Portrait of Louise of Mecklenburg-Strelitz (1776-1810), Queen consort of Prussia (1797-1810), Crown Princess of Prussia (1793-1797)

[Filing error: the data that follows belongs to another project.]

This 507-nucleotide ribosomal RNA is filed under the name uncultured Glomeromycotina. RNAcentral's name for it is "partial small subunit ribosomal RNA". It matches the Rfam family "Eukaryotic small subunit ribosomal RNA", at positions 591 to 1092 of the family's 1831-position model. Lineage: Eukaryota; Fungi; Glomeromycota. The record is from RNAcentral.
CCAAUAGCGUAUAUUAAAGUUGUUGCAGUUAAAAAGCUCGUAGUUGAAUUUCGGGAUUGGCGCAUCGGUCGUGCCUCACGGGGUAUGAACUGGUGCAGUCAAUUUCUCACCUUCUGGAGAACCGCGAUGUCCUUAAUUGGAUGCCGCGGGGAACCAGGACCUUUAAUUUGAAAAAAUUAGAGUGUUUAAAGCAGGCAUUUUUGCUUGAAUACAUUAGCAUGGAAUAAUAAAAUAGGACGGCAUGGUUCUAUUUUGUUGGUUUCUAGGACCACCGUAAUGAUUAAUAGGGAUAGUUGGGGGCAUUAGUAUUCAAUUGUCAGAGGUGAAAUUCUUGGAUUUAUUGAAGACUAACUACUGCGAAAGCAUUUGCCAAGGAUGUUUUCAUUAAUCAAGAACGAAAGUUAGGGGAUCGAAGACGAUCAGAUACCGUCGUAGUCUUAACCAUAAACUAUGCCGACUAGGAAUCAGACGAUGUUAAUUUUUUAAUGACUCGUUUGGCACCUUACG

Duchess Louise of Mecklenburg-Strelitz (Luise Auguste Wilhelmine Amalie; 10 March 1776 – 19 July 1810) was Queen of Prussia as the wife of King Frederick William III. The couple's happy, though short-lived, marriage produced nine children, including the future monarchs Frederick William IV of Prussia and German Emperor Wilhelm I. Her legacy became cemented after her extraordinary 1807 meeting with French Emperor Napoleon I at Tilsit – she met with the emperor to plead unsuccessfully for favorable terms after Prussia's disastrous losses in the Napoleonic Wars. She was already well loved by her subjects, but her meeting with Napoleon led Louise to become revered as "the soul of national virtue". Her early death at the age of thirty-four "preserved her youth in the memory of posterity", and caused Napoleon to reportedly remark that the king "has lost his best minister". The Order of Louise was founded by her grieving husband four years later as a female counterpart to the Iron Cross. Duchess Luise Auguste Wilhelmine Amalie of Mecklenburg-Strelitz ("Louise" in English) was born on 10 March 1776 in a one-storey villa, just outside the capital in Hanover. She was the fourth daughter and sixth child of Duke Charles of Mecklenburg and his wife Princess Friederike of Hesse-Darmstadt. Her father Charles was a brother of Queen Charlotte and her mother Frederike was a granddaughter of Louis VIII, Landgrave of Hesse-Darmstadt. Her maternal grandmother, Landgravine Marie Louise of Hesse-Darmstadt, and her paternal first-cousin Princess Augusta Sophia of the United Kingdom served as sponsors at her baptism; her second given name came from Princess Augusta Sophia. At the time of her birth, Louise's father was not yet the ruler of Mecklenburg-Strelitz (he would not succeed his brother as Duke until 1794), and consequently she was not born in a court, but rather in a less formal home. Charles was field marshal of the household brigade in Hanover, and soon after Louise's birth he was made Governor-General of that territory by his brother-in-law George III, king of the United Kingdom and Hanover (husband of his sister, Queen Charlotte). The family subsequently moved to Leineschloss, the residence of Hanoverian kings, though during the summer they usually lived at Herrenhausen. Louise was particularly close to her sister Frederica, who was two years younger, as well as with their only brother George. Louise and her siblings were under the care of their governess Fräulein von Wolzogen, a friend of their mother's. When Louise was only six years old, her mother died in childbirth, leaving a permanent mark on the young duchess; she would often give away pocket change to other children who experienced similar losses, stating "she is like me, she has no mother". After Duchess Friederike's death, the family left Leineschloss for Herrenhausen, sometimes called a "miniature Versailles". Duke Charles remarried two years later to his first wife's younger sister Charlotte, producing a son, Charles. Louise and her new stepmother became close until Charlotte's early death the year after their marriage. The twice widowed and grieving duke went to Darmstadt, where he gave the children into the care of his mother-in-law and Louise's godmother, the widowed Landgravine Marie Louise.
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